City Council also emphasized the committee’s role in educating the public about the government transition — including the role of new districts and offices and ranked-choice voting.

When it comes to the City Council communicating with GTAC, the letter states that a city charter transition staff member who is assigned to support the committee will be the “communication channel” between the groups. City Council said it is up to GTAC to determine how often the groups communicate.

City Council’s letter comes as a response to GTAC’s Aug. 11 letterwhich was first reported by Willamette Week — voicing concern that there were clear discrepancies between what the city initially assigned the committee to do, and how the city has actually handled Portland’s charter reform implementation in recent months.

The city’s “Transition Implementation Progress Report” published on March 8, states that the 15-member committee will develop a work plan to “advise the city council, the chief administrative officer and the city transition team on issues related to the development and implementation of the transition plan.”

However, GTAC said that the city is now placing previously unspecified limits on this role.

“In the past month, we have realized that there is not a shared understanding between committee members, the mayor, and city council about the role of GTAC,” the letter reads.

According to the letter, the city told GTAC during a June 6 meeting that it should continue to oversee the city council’s future organization and procedures, but not deliberate on the implementation of the new city manager position. However, GTAC co-chairs David Burnell and Lory Hefele argued in the letter that the creation of the city manager role is well within the committee’s assigned power.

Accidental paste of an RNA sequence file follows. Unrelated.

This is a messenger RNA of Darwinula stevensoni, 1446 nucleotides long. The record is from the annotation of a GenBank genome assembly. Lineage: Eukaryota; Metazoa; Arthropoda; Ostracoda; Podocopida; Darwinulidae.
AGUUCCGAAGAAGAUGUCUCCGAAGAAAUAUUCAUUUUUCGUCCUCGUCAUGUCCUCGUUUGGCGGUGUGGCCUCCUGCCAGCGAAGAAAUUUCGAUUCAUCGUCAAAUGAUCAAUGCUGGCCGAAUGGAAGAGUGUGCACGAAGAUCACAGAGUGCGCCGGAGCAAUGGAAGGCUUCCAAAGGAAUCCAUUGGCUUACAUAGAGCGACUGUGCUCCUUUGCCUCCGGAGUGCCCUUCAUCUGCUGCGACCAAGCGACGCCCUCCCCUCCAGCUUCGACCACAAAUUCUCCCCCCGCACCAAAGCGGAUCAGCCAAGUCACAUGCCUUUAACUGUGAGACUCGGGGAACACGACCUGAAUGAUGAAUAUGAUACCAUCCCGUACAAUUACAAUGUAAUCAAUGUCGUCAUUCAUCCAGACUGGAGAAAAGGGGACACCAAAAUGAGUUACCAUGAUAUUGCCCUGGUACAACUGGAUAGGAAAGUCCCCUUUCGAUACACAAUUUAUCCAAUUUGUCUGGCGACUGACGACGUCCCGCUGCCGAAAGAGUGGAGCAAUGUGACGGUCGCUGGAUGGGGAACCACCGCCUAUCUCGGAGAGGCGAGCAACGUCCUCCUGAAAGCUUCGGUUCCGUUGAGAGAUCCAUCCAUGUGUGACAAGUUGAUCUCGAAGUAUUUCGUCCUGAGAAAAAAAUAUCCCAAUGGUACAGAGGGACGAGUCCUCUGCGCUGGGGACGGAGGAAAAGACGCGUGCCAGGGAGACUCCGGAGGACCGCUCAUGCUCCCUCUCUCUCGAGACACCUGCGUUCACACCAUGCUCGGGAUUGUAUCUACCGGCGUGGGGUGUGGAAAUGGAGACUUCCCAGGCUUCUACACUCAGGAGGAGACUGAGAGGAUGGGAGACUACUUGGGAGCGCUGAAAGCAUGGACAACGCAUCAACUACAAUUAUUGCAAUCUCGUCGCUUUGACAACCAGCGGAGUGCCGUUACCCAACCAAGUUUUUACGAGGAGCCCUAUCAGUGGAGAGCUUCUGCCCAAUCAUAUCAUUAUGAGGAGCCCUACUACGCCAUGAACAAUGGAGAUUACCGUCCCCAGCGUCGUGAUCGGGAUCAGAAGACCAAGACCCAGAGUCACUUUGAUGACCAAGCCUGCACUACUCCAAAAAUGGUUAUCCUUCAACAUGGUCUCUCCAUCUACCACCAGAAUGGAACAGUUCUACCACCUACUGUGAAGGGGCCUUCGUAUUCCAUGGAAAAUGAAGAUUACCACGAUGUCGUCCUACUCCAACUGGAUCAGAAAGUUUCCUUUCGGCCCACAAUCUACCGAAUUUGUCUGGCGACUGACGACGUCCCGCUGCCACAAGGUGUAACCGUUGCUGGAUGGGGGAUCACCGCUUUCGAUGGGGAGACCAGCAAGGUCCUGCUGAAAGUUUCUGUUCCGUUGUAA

“Since the organization of the city under the newly created city administrator role is a crucial component of [the] charter implementation, it is clear to us that this falls firmly within GTAC’s role of ‘advising the city on the November 2022 voter-approved Charter amendments transition plan,’” the letter states.

“There have been several instances that have eroded our confidence that there is a shared understanding of the role of GTAC between the Committee and City leadership,” GTAC added.

The 15-member committee, which was appointed by the mayor and approved by the city council in March, requested that Wheeler provide a written response clarifying GTAC’s role in the government transition process by Aug. 21.

Without the clarification of their roles, GTAC members said they were unsure of how to carry out their duties.

“Owing to these experiences, we find ourselves unclear about how we can fulfill our role of ensuring effective and efficient implementation of the charter amendments,” GTAC said. “Crucially, this means that we cannot carry out a vital task: Ensuring transition alignment with the City’s core values of transparency, communication, and collaboration. Finally, due to this lack of clarity, there has been a tremendous waste of precious meeting and staff time debating our role.”